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Timing Of News A Pain For Networks, Viewers

From Wire Reports

The State of the Union address is rarely a major television event, but Tuesday night, O.J. Simpson delivered a large audience, along with a big headache for network executives.

Bulletins trumpeted the news that the jury in the Simpson civil trial had reached a verdict less than two hours before President Clinton was scheduled to begin his address.

“We have two breaking news stories and something of a quandary,” ABC’s Peter Jennings noted with typical understatement.

America’s attention, as many reporters and analysts said, was divided. Eventually all of the national TV news organizations told viewers they would stay with the president’s address. Almost immediately after the speech, the verdicts were delivered to TV viewers by reporters outside the California courthouse.

Although the verdicts did not come in during the speech, TV news executives understood they had a duty to present the president.

Anchors Jennings, CBS’ Dan Rather and NBC’s Tom Brokaw each told viewers their network’s plans before Clinton’s speech began.

Jackson joins Gingrich, barely

House Speaker Newt Gingrich invited the Rev. Jesse Jackson to be his guest for the State of the Union speech, in part to show that Republicans can work together on race and poverty issues.

But the symbolic gesture nearly blew up in the beleaguered Georgia Republican’s face after Rep. J.C. Watts, R-Okla., the black conservative who delivered the GOP’s official response to President Clinton’s address, was quoted in an article Tuesday calling Jackson a “race-hustling poverty pimp.”

After Jackson called Gingrich on Tuesday afternoon to demand an explanation, the speaker scrambled to dissociate himself from Watts, Jackson said in an interview.

“His spokesman … has unleashed a venomous personal attack upon my integrity and my person,” Jackson said. “He (Gingrich) assured me that was not his position, and he would write me a note to that effect.”

Jackson said he decided not to decline Gingrich’s invitation “in the spirit of bipartisanship and (in an attempt to) affect public policy for the common good, and to end some of the hostility between leaders” of both parties.

Guests underline message

President Clinton put faces to his call for higher education standards by seating an eighth-grade teacher and two students in the VIP gallery for his State of the Union speech.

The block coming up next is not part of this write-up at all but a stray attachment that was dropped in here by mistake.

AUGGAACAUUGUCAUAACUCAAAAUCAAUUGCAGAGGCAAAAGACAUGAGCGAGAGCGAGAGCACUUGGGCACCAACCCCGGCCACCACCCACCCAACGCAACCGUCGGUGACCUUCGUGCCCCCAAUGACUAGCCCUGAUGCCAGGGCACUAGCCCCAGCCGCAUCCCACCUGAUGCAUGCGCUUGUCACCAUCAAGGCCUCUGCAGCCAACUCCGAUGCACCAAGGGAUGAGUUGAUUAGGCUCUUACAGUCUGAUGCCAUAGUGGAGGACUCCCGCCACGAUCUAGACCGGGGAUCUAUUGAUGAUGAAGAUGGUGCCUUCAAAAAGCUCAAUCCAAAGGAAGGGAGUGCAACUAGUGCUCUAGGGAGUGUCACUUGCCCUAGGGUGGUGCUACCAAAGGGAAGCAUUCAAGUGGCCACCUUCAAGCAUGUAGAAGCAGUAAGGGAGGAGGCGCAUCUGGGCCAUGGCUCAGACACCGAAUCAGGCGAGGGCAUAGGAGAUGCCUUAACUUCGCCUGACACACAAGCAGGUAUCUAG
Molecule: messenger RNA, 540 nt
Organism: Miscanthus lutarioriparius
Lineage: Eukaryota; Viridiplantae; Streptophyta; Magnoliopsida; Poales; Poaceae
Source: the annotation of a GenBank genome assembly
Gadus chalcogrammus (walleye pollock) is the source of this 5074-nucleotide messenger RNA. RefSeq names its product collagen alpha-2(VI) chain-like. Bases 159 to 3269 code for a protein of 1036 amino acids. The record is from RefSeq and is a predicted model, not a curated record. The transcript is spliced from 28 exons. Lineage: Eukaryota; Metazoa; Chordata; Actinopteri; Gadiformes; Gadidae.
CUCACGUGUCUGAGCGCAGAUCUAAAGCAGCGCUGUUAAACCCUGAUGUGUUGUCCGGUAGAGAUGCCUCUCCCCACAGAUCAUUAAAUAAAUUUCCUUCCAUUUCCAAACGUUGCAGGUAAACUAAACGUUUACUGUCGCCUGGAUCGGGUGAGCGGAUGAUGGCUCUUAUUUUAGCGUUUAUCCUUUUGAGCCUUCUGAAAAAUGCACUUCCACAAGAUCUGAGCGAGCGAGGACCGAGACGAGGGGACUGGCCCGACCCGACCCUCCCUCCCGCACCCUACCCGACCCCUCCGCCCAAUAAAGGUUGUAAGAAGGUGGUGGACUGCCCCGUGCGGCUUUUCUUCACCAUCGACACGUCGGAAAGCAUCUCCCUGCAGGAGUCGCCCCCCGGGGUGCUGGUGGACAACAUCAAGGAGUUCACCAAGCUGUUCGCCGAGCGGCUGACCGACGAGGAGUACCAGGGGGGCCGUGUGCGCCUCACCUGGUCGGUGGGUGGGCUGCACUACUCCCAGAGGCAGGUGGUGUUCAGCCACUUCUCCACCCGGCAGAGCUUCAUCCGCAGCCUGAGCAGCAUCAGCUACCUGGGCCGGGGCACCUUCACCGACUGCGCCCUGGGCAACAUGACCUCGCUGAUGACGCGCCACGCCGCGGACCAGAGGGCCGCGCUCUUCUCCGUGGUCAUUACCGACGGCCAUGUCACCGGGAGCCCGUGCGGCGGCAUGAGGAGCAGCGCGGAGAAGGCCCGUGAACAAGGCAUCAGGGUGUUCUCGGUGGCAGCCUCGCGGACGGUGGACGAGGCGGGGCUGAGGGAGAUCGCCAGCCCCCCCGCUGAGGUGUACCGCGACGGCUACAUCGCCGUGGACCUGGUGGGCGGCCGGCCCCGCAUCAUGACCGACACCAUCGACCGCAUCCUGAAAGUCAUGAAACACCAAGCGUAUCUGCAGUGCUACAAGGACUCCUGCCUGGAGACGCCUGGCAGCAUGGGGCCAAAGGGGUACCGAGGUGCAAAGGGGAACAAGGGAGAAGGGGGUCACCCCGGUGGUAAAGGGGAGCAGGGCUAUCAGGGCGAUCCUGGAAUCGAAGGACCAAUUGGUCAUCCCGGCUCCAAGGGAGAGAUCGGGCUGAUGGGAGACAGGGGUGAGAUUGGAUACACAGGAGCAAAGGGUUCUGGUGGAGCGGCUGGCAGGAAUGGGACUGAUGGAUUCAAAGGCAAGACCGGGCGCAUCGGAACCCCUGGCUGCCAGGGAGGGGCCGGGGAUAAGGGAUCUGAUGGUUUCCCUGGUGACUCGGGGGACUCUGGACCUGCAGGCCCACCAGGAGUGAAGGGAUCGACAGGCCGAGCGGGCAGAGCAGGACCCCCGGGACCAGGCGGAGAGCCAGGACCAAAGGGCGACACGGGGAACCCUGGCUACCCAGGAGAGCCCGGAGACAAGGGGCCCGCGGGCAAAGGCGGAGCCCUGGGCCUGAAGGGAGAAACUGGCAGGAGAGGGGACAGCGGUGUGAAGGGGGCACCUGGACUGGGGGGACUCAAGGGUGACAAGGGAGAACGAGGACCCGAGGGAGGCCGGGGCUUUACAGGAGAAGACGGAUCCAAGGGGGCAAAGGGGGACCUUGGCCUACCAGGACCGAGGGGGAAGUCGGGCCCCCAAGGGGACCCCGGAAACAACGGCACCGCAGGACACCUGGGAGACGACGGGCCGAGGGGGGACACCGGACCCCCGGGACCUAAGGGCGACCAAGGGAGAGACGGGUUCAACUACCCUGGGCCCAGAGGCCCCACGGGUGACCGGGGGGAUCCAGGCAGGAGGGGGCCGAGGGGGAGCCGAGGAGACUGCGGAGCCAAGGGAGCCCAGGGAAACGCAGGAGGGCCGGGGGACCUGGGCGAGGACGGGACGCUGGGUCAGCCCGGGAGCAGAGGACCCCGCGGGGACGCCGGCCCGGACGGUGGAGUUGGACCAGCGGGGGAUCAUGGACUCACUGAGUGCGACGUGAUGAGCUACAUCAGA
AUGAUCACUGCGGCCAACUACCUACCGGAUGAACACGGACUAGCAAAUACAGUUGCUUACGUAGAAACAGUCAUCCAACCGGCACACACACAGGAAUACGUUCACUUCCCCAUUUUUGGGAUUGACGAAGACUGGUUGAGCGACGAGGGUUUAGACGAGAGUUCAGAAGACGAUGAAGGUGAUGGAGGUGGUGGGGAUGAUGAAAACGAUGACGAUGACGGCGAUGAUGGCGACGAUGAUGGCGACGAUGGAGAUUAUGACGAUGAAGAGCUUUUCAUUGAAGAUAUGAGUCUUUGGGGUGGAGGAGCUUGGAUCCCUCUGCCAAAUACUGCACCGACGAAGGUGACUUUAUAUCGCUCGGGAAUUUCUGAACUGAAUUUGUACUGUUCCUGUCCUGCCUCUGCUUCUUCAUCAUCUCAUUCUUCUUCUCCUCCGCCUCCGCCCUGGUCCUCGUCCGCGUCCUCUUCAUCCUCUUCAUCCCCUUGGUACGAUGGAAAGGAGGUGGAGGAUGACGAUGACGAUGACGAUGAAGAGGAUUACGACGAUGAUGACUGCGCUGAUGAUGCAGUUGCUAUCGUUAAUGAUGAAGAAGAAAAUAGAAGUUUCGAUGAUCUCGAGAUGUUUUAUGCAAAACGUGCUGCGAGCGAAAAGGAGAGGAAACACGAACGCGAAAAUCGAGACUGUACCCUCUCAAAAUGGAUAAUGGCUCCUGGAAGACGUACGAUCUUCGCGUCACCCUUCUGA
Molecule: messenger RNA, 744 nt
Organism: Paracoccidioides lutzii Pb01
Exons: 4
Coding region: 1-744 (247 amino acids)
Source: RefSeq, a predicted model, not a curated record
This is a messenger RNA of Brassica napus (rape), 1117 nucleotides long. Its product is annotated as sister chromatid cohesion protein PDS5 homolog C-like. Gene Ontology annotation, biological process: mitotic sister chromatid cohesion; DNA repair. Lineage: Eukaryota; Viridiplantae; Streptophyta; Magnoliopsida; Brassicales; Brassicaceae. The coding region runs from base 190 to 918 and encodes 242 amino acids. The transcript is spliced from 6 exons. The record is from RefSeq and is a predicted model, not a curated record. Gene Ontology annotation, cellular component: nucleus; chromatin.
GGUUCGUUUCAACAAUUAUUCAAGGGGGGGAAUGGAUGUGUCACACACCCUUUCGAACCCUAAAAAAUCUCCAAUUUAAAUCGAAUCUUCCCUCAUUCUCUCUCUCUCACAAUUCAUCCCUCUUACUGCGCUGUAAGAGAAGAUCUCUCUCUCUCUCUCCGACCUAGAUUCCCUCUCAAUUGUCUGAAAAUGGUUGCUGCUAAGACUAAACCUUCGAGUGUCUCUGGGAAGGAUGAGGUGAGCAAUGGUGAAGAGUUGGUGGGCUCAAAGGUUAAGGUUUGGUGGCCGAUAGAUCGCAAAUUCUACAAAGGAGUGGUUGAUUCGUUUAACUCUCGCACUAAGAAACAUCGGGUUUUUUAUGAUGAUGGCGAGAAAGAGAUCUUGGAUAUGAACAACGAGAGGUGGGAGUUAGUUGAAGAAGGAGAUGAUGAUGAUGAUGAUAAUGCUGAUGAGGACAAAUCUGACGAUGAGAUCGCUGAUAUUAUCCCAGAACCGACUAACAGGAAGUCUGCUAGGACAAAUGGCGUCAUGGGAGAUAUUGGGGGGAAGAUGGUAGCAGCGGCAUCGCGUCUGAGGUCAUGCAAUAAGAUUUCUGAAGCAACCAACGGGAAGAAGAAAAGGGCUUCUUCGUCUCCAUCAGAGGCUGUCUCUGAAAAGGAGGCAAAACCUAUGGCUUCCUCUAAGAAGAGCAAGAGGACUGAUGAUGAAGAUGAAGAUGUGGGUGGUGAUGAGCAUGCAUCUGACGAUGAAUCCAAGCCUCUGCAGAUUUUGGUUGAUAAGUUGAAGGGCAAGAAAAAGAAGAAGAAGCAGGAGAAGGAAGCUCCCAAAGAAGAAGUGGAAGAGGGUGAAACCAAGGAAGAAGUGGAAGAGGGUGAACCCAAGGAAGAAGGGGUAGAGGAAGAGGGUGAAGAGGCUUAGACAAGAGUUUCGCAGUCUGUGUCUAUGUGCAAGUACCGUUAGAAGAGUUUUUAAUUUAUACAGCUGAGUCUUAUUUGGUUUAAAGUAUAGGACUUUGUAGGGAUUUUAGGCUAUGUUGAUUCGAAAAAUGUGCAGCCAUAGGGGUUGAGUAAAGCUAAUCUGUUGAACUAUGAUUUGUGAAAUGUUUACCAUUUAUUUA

Kristen Tanner, a ninth-grader who participated in the Northbrook, Ill., school district’s “First in the World” testing, claimed her seat to the left of first lady Hillary Rodham Clinton. Behind them sat student Chris Getsla and teacher Sue Winski, both from Northbrook’s Stanley Field Middle School, which the president visited last month.

Also in the House gallery at Clinton’s invitation were: Kristen Zarfos, a Connecticut physician fighting for longer hospital stays after mastectomies, and Lillie Tejeda and Mary Alice Lara, the mother and sister, respectively, of Texas Rep. Frank Tejeda, who died last week.

To Hillary Clinton’s right sat the Rev. Robert Schuller, the pastor who suggested that Clinton, in calling for bipartisanship, cite the “repairer of the breach” passage in Isaiah 58:12.

First lady leads applause

From her VIP perch in the gallery, first lady Hillary Rodham Clinton led the House chamber Tuesday night in a standing ovation for her husband’s call to expand preschool programs for poor children.

President Clinton, in outlining his 10-point “call to action” on education, saluted the first lady as a “wonderful wife” who’s been “obsessed with this subject for more years than I can recall.” He also credited her years of study on childhood learning with their decision to convene a spring White House “conference on early learning and the brain.”

Clinton’s budget will propose expanding the Head Start education and nutrition program to include 1 million children by 2002.

The Clintons’ daughter, Chelsea, stayed at home to watch the speech on television with friends.

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